6. In a medium bowl, whisk the egg whites and cream of tartar until soft peaks are visible. Then, gently fold the egg whites and sprinkles into the cake batter.
7. Divide the batter evenly among the cupcake liners, filling each cupcake about three-quarters full. Bake for 15 minutes, then rotate and bake for another 7-10 minutes, or until a toothpick in the center of a cupcake comes out clean. Place on a wire rack and let cool in pan for 10 minutes, and then remove cupcakes from pan to cool completely.
For the vanilla frosting:
1. In a medium, heavy-bottomed saucepan whisk the flour and sugar until there are no lumps. Add the milk and heavy cream over medium-heat and whisk until the mixture comes to a boil and has the consistency of a light pudding (this should take about 10-15 minutes. Mine burned a bit on the bottom, so I poured it through a fine-mesh strainer to take out the lumps and burned bits- see above picture).
2. Pour the thickened mixture into a stand mixer with a paddle attachment. Beat on high speed until the mixture cools (may take about 8-10 minutes, or you can cool it down with bags of frozen fruit and veggies around the bowl [see above picture]).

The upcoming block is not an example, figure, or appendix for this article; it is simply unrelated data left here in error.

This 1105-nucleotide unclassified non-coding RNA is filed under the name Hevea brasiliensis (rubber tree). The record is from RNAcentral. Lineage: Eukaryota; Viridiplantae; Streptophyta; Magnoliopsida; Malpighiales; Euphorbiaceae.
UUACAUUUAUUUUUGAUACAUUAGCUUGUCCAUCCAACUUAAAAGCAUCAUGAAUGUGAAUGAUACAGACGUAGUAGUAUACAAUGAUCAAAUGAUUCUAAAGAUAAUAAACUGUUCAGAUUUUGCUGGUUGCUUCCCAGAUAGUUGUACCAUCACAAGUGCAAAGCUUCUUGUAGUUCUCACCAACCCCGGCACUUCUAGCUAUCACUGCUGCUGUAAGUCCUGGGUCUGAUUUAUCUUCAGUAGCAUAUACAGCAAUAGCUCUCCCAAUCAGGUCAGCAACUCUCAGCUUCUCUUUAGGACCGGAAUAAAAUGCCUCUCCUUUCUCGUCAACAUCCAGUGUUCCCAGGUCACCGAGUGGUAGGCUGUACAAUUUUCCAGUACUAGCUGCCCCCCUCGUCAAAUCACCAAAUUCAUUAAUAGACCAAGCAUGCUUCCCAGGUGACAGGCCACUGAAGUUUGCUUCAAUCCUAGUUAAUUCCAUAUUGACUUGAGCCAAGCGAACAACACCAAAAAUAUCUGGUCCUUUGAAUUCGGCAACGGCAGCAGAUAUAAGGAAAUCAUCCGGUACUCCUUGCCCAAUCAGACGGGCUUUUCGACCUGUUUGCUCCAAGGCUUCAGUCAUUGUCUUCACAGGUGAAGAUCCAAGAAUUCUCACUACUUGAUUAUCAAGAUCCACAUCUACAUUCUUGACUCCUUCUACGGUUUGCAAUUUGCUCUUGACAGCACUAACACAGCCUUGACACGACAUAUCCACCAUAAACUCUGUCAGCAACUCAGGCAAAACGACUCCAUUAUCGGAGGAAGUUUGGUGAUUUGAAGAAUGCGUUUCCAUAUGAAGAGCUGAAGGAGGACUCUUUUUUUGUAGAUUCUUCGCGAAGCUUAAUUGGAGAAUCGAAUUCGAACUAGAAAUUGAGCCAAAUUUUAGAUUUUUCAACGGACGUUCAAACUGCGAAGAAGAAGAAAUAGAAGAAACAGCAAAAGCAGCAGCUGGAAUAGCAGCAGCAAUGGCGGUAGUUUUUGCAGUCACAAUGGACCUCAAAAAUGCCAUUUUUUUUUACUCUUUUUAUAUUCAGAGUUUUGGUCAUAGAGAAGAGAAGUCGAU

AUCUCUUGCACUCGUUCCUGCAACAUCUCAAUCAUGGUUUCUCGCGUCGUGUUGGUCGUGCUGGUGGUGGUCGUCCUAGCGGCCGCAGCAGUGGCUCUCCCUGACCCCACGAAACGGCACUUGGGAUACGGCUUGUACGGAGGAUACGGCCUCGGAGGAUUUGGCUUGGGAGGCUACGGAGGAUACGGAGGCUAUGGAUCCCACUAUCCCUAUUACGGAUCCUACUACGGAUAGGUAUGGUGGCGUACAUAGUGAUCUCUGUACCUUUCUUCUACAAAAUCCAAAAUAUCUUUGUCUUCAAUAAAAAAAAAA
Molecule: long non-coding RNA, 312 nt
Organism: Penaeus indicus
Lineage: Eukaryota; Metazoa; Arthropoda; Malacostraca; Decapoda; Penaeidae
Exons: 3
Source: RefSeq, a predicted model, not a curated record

3. Cut the butter into chunks and, on low speed, slowly add the butter one piece at a time until each piece is incorporated. Then increase the speed to high until the frosting is thickened and fluffy. Add the vanilla and mix until combined.
If the frosting is too soft, place the bowl in the refrigerator to let set up. Beat it again until it can hold its shape. If the frosting is too firm, set the bowl over a pot of simmering water and beat with a wooden spoon until spreadable.
4. Assemble the cupcakes by frosting each one with an offset spatula. In a small bowl, place the rainbow sprinkles and gently press each frosted cupcake into the sprinkles. Serve at room temperature. The cupcakes will last 3 days in an airtight container (if your kitchen is hot though, store them in the refrigerator).
** If the frosting separates and curdles, all hope is not lost. Here is what I researched:
“The biggest threat a buttercream faces is temperature. If the frosting appears soupy and slippery, it’s likely grown too warm. Plunge the bowl into an ice bath and whisk briskly until the icing becomes silky and cohesive again. If the buttercream resembles fine-curd cottage cheese and slides about in the bowl, it’s likely too cold (from cold butter or a chilly ambient temperature). Wrap a steaming hot dish towel, turbanlike, around the bowl to heat it up and whisk or stir it with a wooden spoon to bring the icing back to its shiny, satiny self.”
- March, 2001 Cook’s Illustrated
I think my butter may have been too cold for the mixture so it didn’t fully incorporate. I dumped the frosting all into a large glass bowl and set it over a pot of simmering water and watched it all melt down together. Then I poured it back into the stand mixer (with the paddle attachment) and beat it on high until it thickened up (I also put bags of frozen fruits around the bowl to cool it faster) and was the perfect, spreadable consistency.